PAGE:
Franklin Raines, vice chairman of the Federal National Mortgage Association, said the agency expects 1993 earnings to be at least 10% higher than those in 1992.
Fannie Mae reported a 1992 net of $1.6 billion, or $5.91 a share on a fully diluted basis.
Mr. Raines spoke at a meeting of financial analysts in Toronto last week. He told the group that Fannie Mae expects to post double-digit growth in earnings for the next five years.
Its total business volume "should approach, if not surpass," 1992's levels, Mr. Raines said. After the meeting, he said he expects volume of about $250 billion in 1993, compared with $257 billion in 1992.
Fannie Mae expects industrywide mortgage originations in the United States to be about $825 billion this year, drop off in 1994 then "rise slowly back up top the $800 billion [a year] level" later in the decade, Mr. Raines said.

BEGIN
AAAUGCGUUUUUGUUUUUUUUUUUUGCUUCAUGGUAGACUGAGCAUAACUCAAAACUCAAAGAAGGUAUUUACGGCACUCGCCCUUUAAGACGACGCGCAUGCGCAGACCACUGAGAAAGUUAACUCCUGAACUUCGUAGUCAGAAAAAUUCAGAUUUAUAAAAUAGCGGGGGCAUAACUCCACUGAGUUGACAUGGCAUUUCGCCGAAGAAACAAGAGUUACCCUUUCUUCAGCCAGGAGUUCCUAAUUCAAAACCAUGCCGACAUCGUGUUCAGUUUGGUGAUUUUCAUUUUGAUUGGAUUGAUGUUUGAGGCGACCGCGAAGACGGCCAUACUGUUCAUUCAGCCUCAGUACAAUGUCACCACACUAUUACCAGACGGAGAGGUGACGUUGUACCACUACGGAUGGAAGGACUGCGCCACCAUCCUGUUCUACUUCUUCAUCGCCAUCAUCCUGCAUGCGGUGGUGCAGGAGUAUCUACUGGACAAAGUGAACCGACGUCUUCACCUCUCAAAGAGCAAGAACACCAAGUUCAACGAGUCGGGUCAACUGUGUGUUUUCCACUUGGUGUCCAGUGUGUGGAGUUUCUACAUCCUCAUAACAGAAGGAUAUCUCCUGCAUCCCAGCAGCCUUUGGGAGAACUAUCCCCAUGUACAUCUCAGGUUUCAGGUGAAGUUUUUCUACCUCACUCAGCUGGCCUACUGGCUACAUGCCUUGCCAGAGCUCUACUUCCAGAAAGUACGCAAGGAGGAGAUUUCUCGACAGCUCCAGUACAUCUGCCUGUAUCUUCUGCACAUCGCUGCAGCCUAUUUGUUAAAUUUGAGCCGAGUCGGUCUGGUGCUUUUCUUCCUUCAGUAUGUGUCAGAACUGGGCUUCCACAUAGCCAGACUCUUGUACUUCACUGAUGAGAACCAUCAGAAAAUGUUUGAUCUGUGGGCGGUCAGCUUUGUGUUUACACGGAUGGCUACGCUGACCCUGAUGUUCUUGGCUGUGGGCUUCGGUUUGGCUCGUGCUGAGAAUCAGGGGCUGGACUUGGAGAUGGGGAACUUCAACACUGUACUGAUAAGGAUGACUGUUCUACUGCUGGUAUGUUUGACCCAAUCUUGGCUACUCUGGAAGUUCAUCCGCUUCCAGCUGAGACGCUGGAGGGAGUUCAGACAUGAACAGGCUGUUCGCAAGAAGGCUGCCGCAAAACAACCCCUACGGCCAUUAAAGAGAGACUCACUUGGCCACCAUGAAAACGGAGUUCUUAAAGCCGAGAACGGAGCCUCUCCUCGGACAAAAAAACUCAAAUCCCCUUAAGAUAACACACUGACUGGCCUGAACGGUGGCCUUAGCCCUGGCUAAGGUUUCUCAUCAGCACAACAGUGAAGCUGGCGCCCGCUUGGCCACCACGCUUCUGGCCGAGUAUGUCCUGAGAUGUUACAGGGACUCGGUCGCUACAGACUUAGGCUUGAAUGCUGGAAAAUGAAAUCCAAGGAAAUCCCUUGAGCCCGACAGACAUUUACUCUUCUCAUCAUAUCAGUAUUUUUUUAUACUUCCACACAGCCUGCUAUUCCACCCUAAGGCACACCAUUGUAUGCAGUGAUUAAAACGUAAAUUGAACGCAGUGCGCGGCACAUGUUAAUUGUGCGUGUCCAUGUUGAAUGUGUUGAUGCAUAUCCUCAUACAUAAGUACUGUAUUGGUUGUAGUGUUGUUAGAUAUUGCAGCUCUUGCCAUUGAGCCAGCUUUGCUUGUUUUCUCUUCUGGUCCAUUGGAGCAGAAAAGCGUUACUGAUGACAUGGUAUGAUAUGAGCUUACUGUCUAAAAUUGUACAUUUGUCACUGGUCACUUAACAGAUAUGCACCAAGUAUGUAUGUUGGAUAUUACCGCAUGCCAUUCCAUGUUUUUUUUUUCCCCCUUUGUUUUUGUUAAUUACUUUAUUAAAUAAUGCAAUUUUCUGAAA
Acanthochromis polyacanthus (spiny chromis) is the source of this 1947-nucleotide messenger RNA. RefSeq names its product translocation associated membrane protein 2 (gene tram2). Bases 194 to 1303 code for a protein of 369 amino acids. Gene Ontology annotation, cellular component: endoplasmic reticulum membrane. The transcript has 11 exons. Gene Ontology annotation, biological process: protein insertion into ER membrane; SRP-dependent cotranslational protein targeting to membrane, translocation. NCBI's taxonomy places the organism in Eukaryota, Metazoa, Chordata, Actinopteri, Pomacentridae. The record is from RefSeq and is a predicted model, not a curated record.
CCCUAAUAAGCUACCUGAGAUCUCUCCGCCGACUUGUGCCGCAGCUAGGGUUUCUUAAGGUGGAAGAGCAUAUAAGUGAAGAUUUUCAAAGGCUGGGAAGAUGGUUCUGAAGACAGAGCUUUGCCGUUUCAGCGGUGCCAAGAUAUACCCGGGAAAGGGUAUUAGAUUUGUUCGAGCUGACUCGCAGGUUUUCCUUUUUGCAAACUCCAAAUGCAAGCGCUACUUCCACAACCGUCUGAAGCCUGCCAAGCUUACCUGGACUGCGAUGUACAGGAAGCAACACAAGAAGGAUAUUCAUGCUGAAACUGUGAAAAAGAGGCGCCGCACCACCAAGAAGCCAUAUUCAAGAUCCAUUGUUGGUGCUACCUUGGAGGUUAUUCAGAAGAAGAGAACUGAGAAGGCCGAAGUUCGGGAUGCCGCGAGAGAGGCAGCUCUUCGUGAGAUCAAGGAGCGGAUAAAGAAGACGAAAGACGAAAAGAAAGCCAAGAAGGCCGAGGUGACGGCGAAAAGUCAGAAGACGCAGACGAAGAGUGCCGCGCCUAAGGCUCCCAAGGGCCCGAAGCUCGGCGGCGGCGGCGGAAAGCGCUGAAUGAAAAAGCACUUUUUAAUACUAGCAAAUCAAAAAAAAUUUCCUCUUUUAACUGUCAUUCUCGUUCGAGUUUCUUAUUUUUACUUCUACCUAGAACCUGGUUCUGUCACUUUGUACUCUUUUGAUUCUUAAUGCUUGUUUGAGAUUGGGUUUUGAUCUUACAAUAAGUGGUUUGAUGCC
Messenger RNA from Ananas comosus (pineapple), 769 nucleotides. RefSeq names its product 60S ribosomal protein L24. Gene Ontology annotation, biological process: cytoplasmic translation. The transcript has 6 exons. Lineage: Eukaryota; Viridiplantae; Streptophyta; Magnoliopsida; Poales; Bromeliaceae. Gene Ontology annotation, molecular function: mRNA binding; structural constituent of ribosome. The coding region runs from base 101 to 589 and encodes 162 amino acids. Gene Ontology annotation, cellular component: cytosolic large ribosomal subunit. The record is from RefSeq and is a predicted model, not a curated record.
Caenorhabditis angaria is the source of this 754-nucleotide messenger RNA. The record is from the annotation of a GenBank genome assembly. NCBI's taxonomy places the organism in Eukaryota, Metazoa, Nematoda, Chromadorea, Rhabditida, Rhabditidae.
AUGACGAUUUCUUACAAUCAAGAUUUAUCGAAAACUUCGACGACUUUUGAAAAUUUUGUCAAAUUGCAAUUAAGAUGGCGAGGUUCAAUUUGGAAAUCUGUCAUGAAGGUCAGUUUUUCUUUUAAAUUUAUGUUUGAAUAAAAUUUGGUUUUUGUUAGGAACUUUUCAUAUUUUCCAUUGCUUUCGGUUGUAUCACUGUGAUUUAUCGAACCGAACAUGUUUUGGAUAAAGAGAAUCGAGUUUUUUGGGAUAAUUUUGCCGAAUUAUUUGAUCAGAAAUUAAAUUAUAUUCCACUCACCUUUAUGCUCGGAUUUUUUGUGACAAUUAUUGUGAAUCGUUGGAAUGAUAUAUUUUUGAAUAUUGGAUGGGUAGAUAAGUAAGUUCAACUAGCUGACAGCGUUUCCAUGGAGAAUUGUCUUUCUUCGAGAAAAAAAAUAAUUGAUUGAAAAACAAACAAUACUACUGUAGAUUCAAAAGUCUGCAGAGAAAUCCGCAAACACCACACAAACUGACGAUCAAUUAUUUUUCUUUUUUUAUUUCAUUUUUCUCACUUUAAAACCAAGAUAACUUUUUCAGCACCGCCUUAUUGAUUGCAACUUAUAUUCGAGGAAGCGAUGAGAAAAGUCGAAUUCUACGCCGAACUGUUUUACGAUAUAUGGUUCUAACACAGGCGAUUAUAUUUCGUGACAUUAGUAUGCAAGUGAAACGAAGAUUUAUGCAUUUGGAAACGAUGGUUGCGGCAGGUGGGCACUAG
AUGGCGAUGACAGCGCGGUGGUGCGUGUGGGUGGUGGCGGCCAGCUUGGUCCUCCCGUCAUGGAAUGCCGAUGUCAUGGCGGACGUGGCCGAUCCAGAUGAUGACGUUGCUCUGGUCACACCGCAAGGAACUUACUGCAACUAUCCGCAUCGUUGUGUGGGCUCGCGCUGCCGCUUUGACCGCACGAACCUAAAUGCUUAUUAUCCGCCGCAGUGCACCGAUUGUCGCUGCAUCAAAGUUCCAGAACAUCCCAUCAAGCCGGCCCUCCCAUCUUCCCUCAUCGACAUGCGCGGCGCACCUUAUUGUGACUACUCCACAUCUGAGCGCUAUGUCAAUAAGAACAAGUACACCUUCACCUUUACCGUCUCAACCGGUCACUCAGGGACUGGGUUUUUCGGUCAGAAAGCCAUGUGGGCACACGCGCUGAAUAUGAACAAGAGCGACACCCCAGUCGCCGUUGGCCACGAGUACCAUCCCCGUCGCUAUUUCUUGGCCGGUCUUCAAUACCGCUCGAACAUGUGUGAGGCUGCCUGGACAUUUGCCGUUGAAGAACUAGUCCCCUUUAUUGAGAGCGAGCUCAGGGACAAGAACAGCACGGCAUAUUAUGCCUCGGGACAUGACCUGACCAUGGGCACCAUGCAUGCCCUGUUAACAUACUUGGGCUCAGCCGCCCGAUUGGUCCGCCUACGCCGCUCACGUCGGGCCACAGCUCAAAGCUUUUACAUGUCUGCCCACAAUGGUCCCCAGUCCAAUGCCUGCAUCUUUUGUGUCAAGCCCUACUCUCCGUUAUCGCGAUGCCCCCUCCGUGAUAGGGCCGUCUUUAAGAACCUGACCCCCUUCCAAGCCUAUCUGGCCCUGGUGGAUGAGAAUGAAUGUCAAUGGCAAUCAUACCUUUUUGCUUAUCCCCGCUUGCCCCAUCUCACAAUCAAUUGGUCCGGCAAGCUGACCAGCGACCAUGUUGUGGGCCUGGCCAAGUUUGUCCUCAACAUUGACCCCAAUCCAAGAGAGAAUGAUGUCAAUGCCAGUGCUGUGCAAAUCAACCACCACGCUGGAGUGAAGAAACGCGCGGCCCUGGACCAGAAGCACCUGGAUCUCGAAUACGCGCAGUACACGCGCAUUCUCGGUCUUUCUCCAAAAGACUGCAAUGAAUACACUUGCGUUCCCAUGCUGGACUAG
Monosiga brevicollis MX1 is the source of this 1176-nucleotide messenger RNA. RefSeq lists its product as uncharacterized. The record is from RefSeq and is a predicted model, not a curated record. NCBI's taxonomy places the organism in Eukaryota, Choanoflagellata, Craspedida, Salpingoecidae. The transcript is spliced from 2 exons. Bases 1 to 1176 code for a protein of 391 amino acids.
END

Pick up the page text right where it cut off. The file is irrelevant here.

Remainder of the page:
Tax Decision Awaited
He said he is "expecting a decision soon" on the company's case in U.S. Tax Court.
The Internal Revenue Service interpreted the Supreme Court's 1988 decision in the Arkansas Best case to mean that most transactions for hedges of business risks are subject to capital gains treatment. Such hedges have long been treated as income.
Fannie appealed the IRS ruling. An unfavorable decision in Tax Court could cost it about $300 million and would certainly be appealed, Mr. Raines said.
On another topic, he said the recent appointment of a regulator to oversee Fannie Mae's operations is unlikely to slow the process of bringing new products to market. In most cases the agency would not need regulatory approval for a new product, he said.